One-Minute Book Reviews

November 24, 2007

Jack Prelutsky’s Rhyming Animal Poems for Young Children

“Behold the bold UMBRELLAPHANT
That’s not the least afraid
To forage in the broiling sun
For it is in the shade.”

Behold the Bold Umbrellaphant: And Other Poems. By Jack Prelutsky. Illustrations by Carin Berger. Greenwillow, 32 pp., $17.89. Ages 3 and up.

By Janice Harayda

For more than six months, a review of Jack Prelutsky’s collection of sports poems has appeared repeatedly among the top 10 posts on this site. I wish the distinction were going to a worthier book than Good Sports, which has uninspired rhymes, clichéd language and art that’s mismatched with the text.

Prelutksy’s 2006 Behold the Bold Umbrellaphant is in every way superior to it. This sparkling collection of poems about imaginary animals pays its respects to Lewis Carroll’s “The Crocodile.” (“How doth the little crocodile / Improve his shining tale, / And pour the waters of the Nile / On every golden scale!”) Because “The Crocodile” was a parody of an Isaac Watts poem, you might call “Behold the Bold Umbrellaphant” a parody of a parody.

But Prelusky’s book isn’t a parody so much as an homage. Like “The Crocodile,” most poems in “Behold the Bold Umbrellaphant” use the ballad stanzas known as common meter or “hymn” stanzas, or alternating lines of iambic tetrameter and iambic trimeter with rhyming first and third lines. And Prelusky stays close enough to Carroll’s work that his book could have become a tired imitation of it.

Instead the poems in Behold the Bold Umbrellaphant have a freshness all their own, paired with sparkling mixed-media illustrations by Carin Berger. Each poem describes a creature that is part animal and part familiar object – an elephant with an umbrella for a trunk in the “The Umbrellaphant,” an octopus with an alarm clock for a head in “The Clocktopus.” This device could have been too clever by a half. It isn’t, partly because Prelutsky keeps most poems as simple and descriptive as “The Panthermometer,” about a panther with a thermometer for a tail: “Here comes a PATHERMOMETER / A cat we fondly hail, / For we can tell the temperature / By looking at its tail.”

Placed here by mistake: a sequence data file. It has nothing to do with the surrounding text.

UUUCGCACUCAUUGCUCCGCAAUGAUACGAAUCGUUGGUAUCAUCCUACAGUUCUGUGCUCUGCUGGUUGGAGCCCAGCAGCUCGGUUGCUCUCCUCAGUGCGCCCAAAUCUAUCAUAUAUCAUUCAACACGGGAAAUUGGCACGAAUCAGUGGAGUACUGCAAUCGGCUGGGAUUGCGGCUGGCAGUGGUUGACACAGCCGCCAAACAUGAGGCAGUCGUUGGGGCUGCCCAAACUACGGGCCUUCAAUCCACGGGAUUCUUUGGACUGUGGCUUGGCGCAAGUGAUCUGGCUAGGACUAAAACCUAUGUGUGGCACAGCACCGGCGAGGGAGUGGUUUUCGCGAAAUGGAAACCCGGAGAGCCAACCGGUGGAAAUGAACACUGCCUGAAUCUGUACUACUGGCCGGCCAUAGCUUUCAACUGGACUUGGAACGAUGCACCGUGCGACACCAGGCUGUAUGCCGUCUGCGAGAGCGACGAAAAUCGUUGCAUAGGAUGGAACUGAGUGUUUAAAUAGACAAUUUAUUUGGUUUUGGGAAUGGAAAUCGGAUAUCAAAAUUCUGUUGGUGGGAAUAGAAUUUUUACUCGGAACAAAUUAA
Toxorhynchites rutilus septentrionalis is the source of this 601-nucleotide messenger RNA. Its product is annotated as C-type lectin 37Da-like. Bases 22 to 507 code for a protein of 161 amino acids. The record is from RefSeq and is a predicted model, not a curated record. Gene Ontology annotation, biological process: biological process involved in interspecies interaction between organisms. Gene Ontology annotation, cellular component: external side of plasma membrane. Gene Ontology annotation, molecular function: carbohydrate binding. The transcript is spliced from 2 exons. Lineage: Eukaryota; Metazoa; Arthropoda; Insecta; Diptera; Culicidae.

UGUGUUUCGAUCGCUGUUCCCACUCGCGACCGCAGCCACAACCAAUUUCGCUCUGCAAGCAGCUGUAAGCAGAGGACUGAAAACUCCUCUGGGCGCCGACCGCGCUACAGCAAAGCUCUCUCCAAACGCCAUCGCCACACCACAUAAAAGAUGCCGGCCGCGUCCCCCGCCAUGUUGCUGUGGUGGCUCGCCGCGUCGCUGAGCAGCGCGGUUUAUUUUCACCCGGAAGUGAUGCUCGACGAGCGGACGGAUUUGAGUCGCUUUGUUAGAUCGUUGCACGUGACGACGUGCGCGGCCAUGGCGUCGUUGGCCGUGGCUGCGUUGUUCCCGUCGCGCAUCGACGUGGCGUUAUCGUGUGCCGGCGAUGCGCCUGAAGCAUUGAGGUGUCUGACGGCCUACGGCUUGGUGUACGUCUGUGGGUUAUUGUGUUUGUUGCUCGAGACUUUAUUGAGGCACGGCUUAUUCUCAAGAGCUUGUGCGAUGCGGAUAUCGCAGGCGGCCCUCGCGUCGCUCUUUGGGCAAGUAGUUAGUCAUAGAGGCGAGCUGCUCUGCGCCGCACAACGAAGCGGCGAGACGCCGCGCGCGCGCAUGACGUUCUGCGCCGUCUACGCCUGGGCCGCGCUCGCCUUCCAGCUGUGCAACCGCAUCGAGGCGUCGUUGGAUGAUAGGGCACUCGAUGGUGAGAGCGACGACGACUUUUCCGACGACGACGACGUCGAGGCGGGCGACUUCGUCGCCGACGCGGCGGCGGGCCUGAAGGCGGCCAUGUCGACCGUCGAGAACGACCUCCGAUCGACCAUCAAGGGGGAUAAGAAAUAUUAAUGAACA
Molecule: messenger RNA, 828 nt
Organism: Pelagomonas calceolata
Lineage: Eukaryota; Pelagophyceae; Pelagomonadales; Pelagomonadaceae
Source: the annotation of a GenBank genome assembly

Will preschoolers will get the puns and other wordplay in poems like “The Lynx of Chain”? Wrong question. Like Carroll’s “Jabberwocky,” Behold the Bold Umbrellaphant is nonsense verse, a form that uses whimisical or incomprehensible words to comic effect. And not the least of the virtues of this book is that it may help to prepare children to appreciate Carroll and other masters of that vanishing art.

Best poem: Many, including the lines from “The Panthermometer” and “Behold the Bold Umbrellaphant” quoted above.

Worst line: The poem “The Circular Sawtoise” describes a creature that combines a tortoise and a circular saw and borders too clever, in part because of the pronunction of “sawtoise.” When you first see the title of the poem, you mentally pronounce it as “saw-toys.” You have to study the picture to realize that it’s “saw-tis” in “tortoise.”

Published: September 2006 and

Caveat lector: The second and fourth lines should be indented four spaces in the lines quoted from the title poem, “Behold the Bold Umbrellaphant,” but this template won’t let me do that.